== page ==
Updated at 11:26 a.m. 11-6-2019: A notice to withdraw suspension was filed on Wednesday, November 6, in the Buena Vista County case.
Charges of driving under suspension filed against Beth Ann Vogt, a 2nd Ward candidate in the November 5 municipal election, were dismissed today by Judge William W. Ranniger, according to postings to Iowa Courts Online.
Vogt had been arrested in Denison on October 29 for driving while under suspension.
At the time of the arrest, notices of suspension had been filed in Pottawattamie County on September 3, in Buena Vista County on October 27 and in Crawford County on October 29.
Notices to withdraw suspension of driving privileges were filed today in Pottawattamie County and the $148.50 in fines, costs and surcharges on file in Buena Vista County were listed as paid today.
Vogt appeared at 9 a.m. today at the Crawford County Courthouse. Earlier today she said in a text statement to the Denison Bulletin and Review that her case would be dismissed contingent upon showing a valid license by December 6.
A filing in the Crawford County case today notes the proof of a valid license.
For Pottawattamie County, a posting on Iowa Courts Online shows that $120 was paid on Monday, November 4, toward a fine, costs and surcharges totaling $566.25 on a citation for failure to provide proof of financial liability issued on May 1. The details say the collection by the county attorney met the threshold.
The other citation in Pottawattamie County, issued on May 1 by the City of Council Bluffs, was for speeding 1-5 miles over the posted limit.
In her statement, Vogt continued, “I am waiting on the usual red tape at Pottawattomie (sic) County so my finalization of this insanity will be moved forward. I am being told that will be done by Friday per the Pottawattomie County Attorney’s Office.”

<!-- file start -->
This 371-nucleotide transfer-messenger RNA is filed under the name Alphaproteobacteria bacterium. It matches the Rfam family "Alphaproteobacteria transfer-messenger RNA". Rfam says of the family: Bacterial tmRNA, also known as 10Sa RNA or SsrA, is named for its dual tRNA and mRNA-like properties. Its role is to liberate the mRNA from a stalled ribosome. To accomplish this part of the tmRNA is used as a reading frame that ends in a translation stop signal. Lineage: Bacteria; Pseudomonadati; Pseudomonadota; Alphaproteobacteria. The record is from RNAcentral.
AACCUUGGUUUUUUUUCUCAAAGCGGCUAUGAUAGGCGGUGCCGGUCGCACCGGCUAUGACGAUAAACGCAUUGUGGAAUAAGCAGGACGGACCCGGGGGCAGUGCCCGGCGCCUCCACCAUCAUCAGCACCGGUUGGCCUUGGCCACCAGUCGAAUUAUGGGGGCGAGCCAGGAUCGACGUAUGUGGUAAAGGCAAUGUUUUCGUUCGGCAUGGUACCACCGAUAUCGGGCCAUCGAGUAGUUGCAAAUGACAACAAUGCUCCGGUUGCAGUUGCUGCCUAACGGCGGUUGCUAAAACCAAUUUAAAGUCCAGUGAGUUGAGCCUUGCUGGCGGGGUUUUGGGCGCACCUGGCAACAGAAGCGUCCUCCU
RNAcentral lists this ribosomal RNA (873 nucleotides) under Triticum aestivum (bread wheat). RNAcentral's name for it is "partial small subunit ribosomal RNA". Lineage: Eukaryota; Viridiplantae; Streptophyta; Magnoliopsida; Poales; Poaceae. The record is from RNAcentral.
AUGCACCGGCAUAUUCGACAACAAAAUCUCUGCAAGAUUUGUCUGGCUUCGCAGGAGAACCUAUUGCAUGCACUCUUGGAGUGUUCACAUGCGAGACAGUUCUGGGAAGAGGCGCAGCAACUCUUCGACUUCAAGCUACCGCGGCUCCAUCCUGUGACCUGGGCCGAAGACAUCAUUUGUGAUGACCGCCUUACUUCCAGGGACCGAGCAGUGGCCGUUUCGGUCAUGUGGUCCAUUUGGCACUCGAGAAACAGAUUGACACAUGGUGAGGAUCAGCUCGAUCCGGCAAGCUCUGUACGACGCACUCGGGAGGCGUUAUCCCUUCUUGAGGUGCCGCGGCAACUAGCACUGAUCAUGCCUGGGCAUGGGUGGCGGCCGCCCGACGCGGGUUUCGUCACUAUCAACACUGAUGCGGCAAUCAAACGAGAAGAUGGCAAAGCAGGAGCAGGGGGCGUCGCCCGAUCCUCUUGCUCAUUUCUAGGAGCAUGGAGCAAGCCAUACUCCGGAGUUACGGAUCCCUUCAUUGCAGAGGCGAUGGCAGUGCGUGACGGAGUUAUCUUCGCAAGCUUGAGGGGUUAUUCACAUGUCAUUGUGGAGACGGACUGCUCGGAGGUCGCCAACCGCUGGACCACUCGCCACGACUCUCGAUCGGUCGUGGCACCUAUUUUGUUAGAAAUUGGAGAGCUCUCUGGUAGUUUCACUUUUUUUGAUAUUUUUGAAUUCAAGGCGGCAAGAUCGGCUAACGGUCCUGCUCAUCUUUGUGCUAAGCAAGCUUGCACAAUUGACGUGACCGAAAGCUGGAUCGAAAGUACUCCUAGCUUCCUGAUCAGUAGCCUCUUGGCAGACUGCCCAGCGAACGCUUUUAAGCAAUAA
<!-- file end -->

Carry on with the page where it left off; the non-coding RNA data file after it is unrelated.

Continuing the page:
She added that what transpired was “nothing more than a debacle full of political games, red tape, & miscommunication between myself & the County Attorney’s office in Pottawattomie County.”
Pottawattamie County Attorney Matt Wilber said in a phone interview with the Denison Bulletin and Review that he was not aware of any miscommunications or anything of that nature.
“I know people get frustrated how long the process takes. As you can imagine we get a lot of people that show up and want their driver’s license. They fill out the paperwork and we’ll get to you in order,” he said.
He explained that the $120 paid toward the fine in Pottawattamie County would be an initial payment that an individual would have to enter before the payment plan goes into effect.
Wilber explained the court process on citations. If a person cited does not pay the fine and does not show up in court by the specified date, he or she is found guilty. He said that is not unusual. If the fine is not paid within 60 days, the clerk automatically sends out a notice to the Department of Transportation to suspend the driving privileges.
He added that his office or the city attorney for Council Bluffs wouldn’t be involved in that process.